It’s safe to say that players of Tabletop RPGs can have more narrative agency than players of computer or platform RPGs, but I think that “can” is really important here. The wildly successful Paizo Adventure Path model is making a statement about how much narrative agency a lot of players are looking for, and, quite frankly, it’s not much. The Adventure Path promises an interesting and engaging story, but the trade-off is that the players will walk the path laid out for them by the books, as put forward by their GM. That, in my mind, makes the AP only a step or two away from a Choose Your Own Adventure book – even when there are multiple roads to Rome, how free are you if all the roads still lead there?

But is that even a bad thing? The AP definitely falls on the storytelling side of the telling/chasing divide, but as long as we’re all entertained, how critical is it that my character can’t really go haring off to explore things that beyond the scope of the adventure? Is it enough to know that I could do so theoretically?

This relates even to GMs who write up narratives for the PCs to interact with. If I present a villain and a dastardly plan, I do so with the implicit understanding that thwarting said villain’s plan is how we’re going to achieve a game session or three that will prove enjoyable and satisfying for everyone. How much choice do players need to have for them to consider that they have agency? Do they need to have absolute freedom? What about freedom of option in negotiating obstacles? In interacting with GM characters?

As I’ve mentioned before, some games turn this absolutely on its head. Houses of the Blooded, as well as the derivative games John Wick has written under the same engine, make narrative control dynamic, meaning the GM could well be wasting their time in developing too much story. Is Pathfinder and D&D’s dominance of the RPG market a nod to tradition or an indication that players are only interested in having so much agency in exchange for a lively narrative? Interestingly, what might this portend for computer RPGs, like Dragon Age or The Witcher? Such games give an illusion of narrative agency, but it’s definitely an illusion – the player’s options are constrained by the code and the game engine. On the other hand, how real is the agency in a game like D&D, where a d20 spends a lot of time telling you that you’ve come up short?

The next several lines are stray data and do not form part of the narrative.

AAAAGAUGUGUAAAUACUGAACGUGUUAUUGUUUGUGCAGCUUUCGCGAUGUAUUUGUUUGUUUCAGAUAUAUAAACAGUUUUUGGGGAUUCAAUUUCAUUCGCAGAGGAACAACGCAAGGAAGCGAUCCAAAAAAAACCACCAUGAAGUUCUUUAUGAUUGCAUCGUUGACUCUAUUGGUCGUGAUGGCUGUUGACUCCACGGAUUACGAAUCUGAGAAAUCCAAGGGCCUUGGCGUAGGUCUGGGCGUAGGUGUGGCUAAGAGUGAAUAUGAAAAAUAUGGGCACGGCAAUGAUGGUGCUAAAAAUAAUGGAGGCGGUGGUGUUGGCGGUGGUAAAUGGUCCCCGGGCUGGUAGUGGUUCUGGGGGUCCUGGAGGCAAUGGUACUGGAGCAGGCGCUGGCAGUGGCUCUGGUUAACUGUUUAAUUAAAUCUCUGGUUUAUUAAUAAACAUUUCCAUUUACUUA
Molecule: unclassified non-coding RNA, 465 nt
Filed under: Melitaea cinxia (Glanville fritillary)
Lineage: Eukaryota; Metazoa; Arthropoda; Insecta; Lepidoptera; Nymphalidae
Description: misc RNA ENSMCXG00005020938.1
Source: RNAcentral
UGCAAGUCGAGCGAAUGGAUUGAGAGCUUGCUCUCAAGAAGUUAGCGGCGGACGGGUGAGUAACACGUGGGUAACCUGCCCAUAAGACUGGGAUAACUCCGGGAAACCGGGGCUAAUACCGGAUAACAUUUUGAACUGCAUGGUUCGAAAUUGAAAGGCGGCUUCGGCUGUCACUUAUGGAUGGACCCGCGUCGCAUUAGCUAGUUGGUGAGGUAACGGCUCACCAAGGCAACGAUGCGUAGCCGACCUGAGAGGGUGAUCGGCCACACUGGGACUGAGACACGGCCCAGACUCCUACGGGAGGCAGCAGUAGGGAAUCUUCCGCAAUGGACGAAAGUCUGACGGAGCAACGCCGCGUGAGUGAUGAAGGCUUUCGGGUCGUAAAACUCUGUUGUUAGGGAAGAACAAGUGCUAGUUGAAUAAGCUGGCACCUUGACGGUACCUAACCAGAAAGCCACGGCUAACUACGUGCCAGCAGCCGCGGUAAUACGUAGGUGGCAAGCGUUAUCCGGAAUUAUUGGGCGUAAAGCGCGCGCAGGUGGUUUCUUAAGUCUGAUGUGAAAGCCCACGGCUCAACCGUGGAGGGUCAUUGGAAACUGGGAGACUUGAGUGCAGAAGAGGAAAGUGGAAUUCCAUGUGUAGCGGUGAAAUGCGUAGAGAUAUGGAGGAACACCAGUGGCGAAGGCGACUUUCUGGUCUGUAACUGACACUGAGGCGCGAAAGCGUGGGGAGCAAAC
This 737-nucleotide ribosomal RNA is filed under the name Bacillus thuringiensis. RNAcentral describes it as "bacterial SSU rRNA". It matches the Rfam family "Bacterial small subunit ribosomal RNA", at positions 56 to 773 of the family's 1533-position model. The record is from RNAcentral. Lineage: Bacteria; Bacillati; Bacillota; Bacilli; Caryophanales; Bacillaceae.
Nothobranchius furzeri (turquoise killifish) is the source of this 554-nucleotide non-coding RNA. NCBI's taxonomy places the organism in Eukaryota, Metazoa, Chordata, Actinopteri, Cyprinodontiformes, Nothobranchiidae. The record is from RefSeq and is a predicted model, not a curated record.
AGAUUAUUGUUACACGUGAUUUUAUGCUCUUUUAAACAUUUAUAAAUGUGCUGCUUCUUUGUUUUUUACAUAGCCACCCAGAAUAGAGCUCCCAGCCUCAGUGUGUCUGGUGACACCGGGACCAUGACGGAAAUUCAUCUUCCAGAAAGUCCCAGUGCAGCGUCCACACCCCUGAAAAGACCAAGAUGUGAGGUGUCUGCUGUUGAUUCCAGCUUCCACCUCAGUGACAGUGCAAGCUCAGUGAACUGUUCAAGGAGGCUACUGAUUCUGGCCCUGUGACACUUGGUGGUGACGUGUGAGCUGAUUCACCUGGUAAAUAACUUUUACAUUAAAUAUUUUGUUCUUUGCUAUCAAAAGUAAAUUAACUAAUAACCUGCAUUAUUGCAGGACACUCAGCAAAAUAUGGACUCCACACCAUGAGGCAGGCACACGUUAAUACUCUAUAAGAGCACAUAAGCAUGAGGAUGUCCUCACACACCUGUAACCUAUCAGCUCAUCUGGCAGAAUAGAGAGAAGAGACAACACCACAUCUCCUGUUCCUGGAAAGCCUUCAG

Classy Rhetoric, Part 2

On Monday, I wrote a little bit about how class systems inform and/or limit rhetorical options in RPGs. As someone who loves to talk, I often find myself pushing against these limits in-game, in large part because I make arguments that the other players and the GM find compelling, whether I’m playing a persuasive PC or not. This opens a second can of worms in the world of interpersonal interaction in RPGs. Several folks who replied to Monday’s blog mentioned how they felt that such interactions should be a judgment call between the GM and the player, or how they would insist on quality roleplaying to back up any die roll. I used to be a member of that camp myself, until I had a very important fact fall on my head during a campaign and nearly cost me a friendship.

Shy people play RPGs too.

As I mentioned in an older blog, requiring eloquence or drama from a player when engaged in interaction is a blow to player agency. We don’t require our players to simulate the physical skills their characters have, so why do so many of us expect shy or hesitant players to suddenly flower if they choose to play an eloquent character? I think part of it comes from the aspects of the game we expect to be a simulation and those we don’t. Outside of some really strange LARPs, players will not be climbing walls. But around a table, players can speak or argue as they will (and do, sometimes in-game, sometimes out).

Relatedly, what are we allowing those players who are experienced speakers to get away with? How many of us have had a player take a character with an abysmal charisma rating, however that is measured in your game of choice, but then depend on their own natural talent for arguing and conversing to paper over that problem at the table? I’m probably one of the worst people to argue this from a hypocrisy perspective, but the reality is that allowing a player’s talent with words to create in-game effects without some in-game mechanics to back it up is just as unfair as it would be if players couldn’t have their characters wield weapons that they themselves could not lift and use with skill.

I think the answer has got to split the difference at some point. We want our shy friends to feel free to try new things and stretch outside of their comfort zone without feeling as though their lack of experience or confidence is going to hamstring their character. We also want the big talkers to be able to do their big talking, because that’s part of their fun and it generally helps with immersion. The big talkers, however, need to marry that eloquence up with an in-game stat or two, and our shy friends will still need to at least give a roadmap of how their argument might proceed. This is how, I think, we can protect both player agency and character integrity.